The Dynamics of Handwriting Improves the Automated Diagnosis of Dysgraphia
Konrad Zolna, Thibault Asselborn, Caroline Jolly, Laurence Casteran, Marie-Ange Nguyen-Morel, Wafa Johal, Pierre Dillenbourg
The handwriting disorder (called dysgraphia) is far from a singular problem as nearly 8.6% of the population in France is considered dysgraphic. In addition, research emphasises the fundamental importance of detecting and treating these writing difficulties as early as possible because they can affect a child's entire life, with deteriorating performance and self-confidence in a wide variety of school activities.
Currently, a standard test called BHK detects writing difficulties. This detection, carried out by therapists, is difficult because of its high cost and subjectivity. We present a digital approach to identify and characterise handwriting difficulties using a Recurrent Neural Network (RNN) model. Each child is asked to write all the letters of the alphabet as well as the ten numbers on a tablet. Once the exercise is complete, the RNN provides a diagnosis within seconds. It is remarkably effective in correctly identifying over 90% of children who have previously been diagnosed with dysgraphia using the BHK test. The main advantage of our tablet-based system is that it captures the dynamic characteristics of writing, which an expert, such as a teacher, is unable to do.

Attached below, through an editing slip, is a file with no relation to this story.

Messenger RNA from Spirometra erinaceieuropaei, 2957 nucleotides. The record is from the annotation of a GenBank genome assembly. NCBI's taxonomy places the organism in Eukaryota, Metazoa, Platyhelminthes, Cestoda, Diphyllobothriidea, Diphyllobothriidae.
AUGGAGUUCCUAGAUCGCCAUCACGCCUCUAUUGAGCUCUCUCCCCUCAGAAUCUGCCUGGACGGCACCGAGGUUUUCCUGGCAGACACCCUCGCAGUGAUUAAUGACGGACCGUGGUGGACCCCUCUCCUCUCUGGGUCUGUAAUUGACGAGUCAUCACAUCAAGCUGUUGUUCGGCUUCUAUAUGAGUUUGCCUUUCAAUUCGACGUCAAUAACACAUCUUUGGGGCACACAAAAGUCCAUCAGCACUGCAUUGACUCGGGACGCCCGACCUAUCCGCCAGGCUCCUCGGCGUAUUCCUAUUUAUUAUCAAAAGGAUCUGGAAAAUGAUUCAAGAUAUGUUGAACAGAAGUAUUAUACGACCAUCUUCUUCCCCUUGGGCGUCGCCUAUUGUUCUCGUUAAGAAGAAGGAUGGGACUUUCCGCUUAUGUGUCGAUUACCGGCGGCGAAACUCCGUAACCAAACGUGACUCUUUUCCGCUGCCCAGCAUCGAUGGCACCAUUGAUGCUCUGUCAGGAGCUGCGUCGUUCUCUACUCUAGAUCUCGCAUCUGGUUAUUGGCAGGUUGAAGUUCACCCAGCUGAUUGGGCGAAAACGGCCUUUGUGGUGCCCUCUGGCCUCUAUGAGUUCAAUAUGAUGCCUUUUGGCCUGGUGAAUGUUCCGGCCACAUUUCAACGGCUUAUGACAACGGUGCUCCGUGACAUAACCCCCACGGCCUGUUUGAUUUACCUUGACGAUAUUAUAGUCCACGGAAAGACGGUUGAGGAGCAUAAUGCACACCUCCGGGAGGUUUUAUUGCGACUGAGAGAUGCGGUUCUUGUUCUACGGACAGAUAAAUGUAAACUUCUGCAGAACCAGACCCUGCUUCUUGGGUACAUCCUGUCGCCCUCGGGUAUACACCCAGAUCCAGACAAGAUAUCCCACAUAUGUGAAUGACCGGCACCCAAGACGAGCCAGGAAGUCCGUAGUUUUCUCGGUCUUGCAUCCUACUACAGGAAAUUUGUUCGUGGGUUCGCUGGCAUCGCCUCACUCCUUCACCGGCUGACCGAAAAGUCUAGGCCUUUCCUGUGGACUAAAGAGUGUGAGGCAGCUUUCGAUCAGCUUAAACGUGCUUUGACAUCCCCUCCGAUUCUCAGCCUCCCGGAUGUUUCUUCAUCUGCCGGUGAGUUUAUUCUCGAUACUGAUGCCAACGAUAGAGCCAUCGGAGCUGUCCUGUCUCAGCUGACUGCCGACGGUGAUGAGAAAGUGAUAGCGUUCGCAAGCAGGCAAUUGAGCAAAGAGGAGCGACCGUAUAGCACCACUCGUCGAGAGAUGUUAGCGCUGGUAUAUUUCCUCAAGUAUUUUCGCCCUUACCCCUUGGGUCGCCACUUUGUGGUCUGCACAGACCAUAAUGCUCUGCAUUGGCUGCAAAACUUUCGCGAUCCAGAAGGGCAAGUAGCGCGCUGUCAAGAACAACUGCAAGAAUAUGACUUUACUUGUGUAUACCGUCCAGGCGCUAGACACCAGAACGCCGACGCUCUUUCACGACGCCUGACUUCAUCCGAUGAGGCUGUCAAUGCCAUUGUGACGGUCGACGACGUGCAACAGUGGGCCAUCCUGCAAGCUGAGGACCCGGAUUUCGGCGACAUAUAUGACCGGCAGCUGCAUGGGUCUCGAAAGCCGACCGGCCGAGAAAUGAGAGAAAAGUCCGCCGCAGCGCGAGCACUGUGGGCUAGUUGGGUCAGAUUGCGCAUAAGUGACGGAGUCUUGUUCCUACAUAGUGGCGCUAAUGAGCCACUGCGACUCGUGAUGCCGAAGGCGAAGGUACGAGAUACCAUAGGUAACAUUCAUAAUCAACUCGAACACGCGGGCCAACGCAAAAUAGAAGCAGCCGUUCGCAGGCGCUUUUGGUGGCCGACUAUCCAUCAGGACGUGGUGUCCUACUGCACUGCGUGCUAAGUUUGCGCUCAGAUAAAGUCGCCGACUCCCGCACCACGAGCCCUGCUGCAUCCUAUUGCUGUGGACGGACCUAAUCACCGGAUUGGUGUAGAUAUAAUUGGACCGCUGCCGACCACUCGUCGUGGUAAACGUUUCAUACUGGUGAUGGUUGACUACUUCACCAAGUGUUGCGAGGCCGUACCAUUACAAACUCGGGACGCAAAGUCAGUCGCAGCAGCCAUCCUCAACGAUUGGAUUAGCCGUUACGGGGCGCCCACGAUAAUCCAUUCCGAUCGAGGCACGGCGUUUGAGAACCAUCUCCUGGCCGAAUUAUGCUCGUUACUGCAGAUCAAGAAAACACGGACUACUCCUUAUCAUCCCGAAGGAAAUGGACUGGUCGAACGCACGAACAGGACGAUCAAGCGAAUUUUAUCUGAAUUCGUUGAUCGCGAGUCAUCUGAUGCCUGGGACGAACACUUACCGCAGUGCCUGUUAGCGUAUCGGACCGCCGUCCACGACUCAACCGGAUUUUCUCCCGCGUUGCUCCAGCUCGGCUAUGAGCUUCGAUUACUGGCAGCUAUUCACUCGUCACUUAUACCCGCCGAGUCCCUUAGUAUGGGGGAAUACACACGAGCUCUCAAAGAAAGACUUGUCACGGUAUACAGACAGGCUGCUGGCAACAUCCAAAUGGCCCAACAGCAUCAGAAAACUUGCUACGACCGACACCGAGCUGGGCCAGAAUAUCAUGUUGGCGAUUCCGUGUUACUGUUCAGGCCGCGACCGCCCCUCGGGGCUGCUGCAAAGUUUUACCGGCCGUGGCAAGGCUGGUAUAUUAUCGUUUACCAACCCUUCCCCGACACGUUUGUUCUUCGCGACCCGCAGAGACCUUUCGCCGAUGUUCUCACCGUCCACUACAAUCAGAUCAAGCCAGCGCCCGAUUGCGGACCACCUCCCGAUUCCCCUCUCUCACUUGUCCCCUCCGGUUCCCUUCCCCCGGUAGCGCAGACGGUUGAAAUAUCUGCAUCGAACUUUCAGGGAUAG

The following shows that the integration of dynamic characteristics, accessible through the use of a tablet, are beneficial for our digital test because they help to determine the children with dysgraphia versus those without.